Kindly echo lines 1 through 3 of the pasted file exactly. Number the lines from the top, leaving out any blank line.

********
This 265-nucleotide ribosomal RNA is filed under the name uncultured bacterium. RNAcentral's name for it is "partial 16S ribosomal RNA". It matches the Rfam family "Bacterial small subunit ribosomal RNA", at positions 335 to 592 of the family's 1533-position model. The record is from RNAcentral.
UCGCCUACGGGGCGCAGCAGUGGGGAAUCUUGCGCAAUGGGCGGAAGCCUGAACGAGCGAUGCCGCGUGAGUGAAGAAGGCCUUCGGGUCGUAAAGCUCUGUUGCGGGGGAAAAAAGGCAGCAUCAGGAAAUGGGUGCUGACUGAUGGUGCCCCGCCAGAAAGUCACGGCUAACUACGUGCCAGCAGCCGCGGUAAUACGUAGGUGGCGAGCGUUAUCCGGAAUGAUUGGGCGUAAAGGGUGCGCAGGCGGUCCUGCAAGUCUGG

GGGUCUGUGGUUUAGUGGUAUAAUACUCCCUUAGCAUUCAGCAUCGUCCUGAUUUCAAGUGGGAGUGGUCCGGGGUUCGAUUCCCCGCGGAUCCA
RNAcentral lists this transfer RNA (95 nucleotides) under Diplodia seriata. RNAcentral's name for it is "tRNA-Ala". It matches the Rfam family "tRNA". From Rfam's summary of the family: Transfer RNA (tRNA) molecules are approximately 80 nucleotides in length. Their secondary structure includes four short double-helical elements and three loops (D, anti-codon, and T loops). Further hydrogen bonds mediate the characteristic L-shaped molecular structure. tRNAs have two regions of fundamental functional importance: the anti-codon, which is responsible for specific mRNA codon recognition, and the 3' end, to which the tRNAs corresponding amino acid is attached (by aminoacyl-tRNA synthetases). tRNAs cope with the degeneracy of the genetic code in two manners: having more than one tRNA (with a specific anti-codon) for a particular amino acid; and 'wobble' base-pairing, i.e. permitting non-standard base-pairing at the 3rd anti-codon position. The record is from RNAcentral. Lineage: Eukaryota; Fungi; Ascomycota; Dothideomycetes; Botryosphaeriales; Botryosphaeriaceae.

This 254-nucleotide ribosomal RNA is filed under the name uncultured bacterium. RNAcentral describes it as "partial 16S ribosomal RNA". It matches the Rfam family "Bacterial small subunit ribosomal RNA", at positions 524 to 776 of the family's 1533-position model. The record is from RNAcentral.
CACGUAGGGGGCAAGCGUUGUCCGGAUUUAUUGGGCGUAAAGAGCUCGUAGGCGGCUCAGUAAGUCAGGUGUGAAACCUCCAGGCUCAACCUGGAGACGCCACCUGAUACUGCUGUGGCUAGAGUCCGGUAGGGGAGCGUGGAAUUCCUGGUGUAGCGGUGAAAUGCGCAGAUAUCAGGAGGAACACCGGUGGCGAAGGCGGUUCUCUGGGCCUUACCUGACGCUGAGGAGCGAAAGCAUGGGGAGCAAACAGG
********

This 265-nucleotide ribosomal RNA is filed under the name uncultured bacterium. RNAcentral's name for it is "partial 16S ribosomal RNA". It matches the Rfam family "Bacterial small subunit ribosomal RNA", at positions 335 to 592 of the family's 1533-position model. The record is from RNAcentral.
UCGCCUACGGGGCGCAGCAGUGGGGAAUCUUGCGCAAUGGGCGGAAGCCUGAACGAGCGAUGCCGCGUGAGUGAAGAAGGCCUUCGGGUCGUAAAGCUCUGUUGCGGGGGAAAAAAGGCAGCAUCAGGAAAUGGGUGCUGACUGAUGGUGCCCCGCCAGAAAGUCACGGCUAACUACGUGCCAGCAGCCGCGGUAAUACGUAGGUGGCGAGCGUUAUCCGGAAUGAUUGGGCGUAAAGGGUGCGCAGGCGGUCCUGCAAGUCUGG

GGGUCUGUGGUUUAGUGGUAUAAUACUCCCUUAGCAUUCAGCAUCGUCCUGAUUUCAAGUGGGAGUGGUCCGGGGUUCGAUUCCCCGCGGAUCCA